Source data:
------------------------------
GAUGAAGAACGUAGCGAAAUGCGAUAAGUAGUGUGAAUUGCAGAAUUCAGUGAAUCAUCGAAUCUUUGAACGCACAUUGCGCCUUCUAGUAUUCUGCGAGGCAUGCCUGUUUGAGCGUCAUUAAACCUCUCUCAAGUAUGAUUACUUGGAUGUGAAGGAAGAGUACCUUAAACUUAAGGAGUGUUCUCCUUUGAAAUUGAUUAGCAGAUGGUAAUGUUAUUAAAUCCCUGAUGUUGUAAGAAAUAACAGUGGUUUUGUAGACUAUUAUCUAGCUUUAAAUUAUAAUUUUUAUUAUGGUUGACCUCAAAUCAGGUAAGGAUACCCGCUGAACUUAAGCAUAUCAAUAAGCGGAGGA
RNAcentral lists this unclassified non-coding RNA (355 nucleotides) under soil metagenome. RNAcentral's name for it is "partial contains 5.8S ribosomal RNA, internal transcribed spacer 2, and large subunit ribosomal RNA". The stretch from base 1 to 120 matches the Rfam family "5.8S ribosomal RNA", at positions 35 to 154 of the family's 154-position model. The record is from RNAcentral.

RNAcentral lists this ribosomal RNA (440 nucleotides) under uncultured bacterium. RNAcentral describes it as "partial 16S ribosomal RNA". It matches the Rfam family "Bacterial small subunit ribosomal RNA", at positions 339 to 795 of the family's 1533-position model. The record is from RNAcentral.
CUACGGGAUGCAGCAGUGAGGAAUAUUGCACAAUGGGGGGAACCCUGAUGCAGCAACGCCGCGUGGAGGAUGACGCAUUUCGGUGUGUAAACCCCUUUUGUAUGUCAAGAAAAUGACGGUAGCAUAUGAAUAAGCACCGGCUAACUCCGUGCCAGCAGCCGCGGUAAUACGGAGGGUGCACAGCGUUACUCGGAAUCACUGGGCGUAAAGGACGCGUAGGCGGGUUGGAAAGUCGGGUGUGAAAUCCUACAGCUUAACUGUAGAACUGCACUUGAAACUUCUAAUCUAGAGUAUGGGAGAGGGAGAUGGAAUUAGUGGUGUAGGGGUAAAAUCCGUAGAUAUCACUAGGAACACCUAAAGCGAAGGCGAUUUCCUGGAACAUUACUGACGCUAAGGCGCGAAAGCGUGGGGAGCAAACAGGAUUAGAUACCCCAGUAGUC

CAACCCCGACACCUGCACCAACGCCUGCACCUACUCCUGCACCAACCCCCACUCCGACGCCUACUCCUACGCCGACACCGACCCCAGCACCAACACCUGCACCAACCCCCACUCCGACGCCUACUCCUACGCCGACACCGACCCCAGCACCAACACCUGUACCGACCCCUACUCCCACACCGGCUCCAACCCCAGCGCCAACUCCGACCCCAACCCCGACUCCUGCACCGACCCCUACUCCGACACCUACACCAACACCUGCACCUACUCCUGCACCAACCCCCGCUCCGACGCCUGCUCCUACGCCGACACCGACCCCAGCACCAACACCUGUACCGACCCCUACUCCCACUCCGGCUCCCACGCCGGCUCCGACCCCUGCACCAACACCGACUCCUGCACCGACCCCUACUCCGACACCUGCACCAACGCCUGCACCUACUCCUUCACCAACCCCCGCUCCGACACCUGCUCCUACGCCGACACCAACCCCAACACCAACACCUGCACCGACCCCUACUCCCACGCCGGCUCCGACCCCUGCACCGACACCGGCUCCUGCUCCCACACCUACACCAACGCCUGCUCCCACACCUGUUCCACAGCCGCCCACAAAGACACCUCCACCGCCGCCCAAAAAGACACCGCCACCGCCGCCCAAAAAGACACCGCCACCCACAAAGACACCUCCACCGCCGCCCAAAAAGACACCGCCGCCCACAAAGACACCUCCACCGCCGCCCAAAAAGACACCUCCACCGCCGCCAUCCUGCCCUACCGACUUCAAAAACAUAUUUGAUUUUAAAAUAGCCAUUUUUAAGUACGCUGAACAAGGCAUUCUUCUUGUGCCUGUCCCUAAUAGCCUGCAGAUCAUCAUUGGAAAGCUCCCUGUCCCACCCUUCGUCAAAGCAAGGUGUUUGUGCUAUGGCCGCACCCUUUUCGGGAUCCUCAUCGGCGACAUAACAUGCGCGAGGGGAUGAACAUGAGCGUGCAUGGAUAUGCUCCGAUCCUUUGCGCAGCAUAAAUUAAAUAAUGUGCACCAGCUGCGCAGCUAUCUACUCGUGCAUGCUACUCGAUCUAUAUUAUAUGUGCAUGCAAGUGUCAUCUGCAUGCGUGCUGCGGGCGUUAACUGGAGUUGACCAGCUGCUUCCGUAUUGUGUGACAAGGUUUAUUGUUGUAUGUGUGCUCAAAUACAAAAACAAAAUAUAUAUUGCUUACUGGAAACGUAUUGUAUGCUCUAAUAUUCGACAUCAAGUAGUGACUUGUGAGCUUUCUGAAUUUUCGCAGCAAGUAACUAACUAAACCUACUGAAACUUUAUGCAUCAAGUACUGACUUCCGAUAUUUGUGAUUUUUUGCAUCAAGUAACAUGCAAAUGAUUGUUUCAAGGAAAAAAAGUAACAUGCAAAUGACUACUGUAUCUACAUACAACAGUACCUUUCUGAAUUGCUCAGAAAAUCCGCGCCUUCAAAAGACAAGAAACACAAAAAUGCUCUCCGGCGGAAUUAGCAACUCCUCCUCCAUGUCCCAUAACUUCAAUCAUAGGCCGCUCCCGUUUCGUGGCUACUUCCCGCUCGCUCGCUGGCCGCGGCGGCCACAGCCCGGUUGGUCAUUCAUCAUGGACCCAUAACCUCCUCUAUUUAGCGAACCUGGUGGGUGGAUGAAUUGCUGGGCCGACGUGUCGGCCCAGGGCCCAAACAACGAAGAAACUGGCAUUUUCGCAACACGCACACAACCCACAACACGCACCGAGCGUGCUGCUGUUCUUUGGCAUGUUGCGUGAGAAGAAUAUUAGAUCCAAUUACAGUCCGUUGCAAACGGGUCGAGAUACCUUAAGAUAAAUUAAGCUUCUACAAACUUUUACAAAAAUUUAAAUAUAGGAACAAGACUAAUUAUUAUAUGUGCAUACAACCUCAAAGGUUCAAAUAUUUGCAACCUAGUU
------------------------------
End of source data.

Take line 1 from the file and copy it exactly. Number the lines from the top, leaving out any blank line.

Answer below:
GAUGAAGAACGUAGCGAAAUGCGAUAAGUAGUGUGAAUUGCAGAAUUCAGUGAAUCAUCGAAUCUUUGAACGCACAUUGCGCCUUCUAGUAUUCUGCGAGGCAUGCCUGUUUGAGCGUCAUUAAACCUCUCUCAAGUAUGAUUACUUGGAUGUGAAGGAAGAGUACCUUAAACUUAAGGAGUGUUCUCCUUUGAAAUUGAUUAGCAGAUGGUAAUGUUAUUAAAUCCCUGAUGUUGUAAGAAAUAACAGUGGUUUUGUAGACUAUUAUCUAGCUUUAAAUUAUAAUUUUUAUUAUGGUUGACCUCAAAUCAGGUAAGGAUACCCGCUGAACUUAAGCAUAUCAAUAAGCGGAGGA